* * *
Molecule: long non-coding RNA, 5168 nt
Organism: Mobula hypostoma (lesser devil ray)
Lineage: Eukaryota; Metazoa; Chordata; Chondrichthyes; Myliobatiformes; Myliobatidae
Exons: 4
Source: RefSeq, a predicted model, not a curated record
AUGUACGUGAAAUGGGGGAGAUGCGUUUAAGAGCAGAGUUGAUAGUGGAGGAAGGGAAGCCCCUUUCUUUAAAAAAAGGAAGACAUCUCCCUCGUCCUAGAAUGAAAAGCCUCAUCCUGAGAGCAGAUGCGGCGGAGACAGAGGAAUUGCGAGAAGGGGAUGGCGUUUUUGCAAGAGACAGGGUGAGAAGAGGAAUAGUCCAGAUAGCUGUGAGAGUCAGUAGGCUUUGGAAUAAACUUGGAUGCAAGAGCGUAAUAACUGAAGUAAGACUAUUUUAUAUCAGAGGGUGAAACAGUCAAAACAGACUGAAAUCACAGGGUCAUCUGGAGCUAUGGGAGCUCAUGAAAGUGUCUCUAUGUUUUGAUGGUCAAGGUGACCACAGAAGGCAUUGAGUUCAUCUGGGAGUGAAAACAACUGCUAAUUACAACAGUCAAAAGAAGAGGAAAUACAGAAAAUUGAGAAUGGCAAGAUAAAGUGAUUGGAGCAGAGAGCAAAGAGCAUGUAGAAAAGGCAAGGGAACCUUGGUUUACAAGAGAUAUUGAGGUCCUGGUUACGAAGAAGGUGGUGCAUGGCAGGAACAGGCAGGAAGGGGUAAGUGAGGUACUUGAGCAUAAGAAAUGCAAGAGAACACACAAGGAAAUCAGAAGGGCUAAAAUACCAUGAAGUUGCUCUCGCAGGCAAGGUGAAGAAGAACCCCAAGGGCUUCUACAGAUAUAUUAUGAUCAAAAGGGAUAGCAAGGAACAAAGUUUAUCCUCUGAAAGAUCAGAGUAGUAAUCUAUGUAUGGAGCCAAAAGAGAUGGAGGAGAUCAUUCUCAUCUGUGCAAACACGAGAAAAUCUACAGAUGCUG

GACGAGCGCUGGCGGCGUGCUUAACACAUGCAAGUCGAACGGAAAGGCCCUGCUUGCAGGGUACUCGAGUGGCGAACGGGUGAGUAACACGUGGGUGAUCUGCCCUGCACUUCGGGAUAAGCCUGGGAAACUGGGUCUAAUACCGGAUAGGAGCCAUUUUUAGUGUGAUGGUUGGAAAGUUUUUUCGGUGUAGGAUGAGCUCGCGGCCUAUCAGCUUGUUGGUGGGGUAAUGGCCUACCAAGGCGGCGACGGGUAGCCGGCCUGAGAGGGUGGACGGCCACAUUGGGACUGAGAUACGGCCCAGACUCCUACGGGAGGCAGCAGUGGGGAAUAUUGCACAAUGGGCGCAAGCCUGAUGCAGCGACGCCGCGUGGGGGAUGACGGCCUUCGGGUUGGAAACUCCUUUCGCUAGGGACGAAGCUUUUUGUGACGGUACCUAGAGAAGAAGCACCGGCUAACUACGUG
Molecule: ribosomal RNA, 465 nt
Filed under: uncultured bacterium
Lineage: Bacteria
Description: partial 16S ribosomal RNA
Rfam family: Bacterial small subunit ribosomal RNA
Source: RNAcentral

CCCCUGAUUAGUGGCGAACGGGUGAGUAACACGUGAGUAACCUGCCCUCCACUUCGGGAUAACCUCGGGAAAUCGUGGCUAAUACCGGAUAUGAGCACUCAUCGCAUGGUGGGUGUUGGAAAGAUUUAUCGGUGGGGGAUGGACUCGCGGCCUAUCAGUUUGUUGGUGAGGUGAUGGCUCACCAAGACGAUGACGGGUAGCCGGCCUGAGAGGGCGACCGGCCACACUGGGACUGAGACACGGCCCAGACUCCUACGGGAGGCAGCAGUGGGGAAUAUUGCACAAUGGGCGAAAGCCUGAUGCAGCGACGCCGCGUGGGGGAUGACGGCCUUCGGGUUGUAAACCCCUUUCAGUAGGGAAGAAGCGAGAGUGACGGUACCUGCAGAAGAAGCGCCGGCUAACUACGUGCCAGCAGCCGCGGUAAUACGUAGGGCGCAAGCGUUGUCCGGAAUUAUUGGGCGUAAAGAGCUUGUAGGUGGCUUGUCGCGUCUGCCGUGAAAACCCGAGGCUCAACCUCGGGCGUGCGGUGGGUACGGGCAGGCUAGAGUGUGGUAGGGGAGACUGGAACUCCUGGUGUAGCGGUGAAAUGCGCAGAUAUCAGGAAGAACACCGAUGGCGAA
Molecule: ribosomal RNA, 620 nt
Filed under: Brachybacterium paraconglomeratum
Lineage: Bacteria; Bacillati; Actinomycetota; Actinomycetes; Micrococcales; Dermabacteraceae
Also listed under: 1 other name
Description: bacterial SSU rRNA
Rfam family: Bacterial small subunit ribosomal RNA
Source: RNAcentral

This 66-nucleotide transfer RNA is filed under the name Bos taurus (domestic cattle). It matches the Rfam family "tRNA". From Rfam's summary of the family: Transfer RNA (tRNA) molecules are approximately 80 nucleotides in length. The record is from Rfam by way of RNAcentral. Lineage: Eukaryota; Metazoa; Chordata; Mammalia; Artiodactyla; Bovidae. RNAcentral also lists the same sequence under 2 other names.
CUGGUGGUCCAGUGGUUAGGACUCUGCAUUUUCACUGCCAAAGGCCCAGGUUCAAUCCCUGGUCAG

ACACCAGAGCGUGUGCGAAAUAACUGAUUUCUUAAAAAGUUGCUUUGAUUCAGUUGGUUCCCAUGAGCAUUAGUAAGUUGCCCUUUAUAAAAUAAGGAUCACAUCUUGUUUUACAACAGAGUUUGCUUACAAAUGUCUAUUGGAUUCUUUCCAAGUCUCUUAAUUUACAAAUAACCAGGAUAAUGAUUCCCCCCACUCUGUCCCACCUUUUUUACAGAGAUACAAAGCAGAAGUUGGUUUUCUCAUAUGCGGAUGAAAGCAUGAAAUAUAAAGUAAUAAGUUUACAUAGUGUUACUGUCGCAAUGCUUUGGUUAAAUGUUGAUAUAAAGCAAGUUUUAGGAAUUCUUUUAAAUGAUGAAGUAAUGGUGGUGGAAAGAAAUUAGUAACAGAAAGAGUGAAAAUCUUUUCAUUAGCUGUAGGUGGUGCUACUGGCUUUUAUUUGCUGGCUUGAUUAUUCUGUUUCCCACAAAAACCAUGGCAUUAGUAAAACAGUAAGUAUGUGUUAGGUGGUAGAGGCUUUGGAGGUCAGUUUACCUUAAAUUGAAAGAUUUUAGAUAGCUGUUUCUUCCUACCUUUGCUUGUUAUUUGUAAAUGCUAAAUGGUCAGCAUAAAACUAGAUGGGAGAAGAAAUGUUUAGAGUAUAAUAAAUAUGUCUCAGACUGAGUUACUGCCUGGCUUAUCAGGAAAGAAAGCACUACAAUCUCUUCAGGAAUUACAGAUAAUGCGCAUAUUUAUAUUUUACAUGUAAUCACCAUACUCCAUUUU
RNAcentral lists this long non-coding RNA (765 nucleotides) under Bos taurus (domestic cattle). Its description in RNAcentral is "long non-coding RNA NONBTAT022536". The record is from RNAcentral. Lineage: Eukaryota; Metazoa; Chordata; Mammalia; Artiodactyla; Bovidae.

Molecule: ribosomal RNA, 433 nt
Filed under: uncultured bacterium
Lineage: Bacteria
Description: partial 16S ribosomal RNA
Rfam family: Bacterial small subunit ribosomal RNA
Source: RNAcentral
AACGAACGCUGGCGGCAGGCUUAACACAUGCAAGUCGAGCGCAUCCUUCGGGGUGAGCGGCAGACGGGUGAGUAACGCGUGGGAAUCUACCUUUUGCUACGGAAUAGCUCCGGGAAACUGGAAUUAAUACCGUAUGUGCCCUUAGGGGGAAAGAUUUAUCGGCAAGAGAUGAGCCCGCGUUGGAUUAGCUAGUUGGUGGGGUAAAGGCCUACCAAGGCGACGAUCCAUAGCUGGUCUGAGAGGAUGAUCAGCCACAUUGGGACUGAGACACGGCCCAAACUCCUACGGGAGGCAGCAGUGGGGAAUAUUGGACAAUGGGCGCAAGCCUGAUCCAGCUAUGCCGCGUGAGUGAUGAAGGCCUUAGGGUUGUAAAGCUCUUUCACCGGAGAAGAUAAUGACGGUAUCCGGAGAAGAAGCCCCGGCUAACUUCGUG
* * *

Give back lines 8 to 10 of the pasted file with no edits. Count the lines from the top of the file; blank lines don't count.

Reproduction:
Molecule: ribosomal RNA, 465 nt
Filed under: uncultured bacterium
Lineage: Bacteria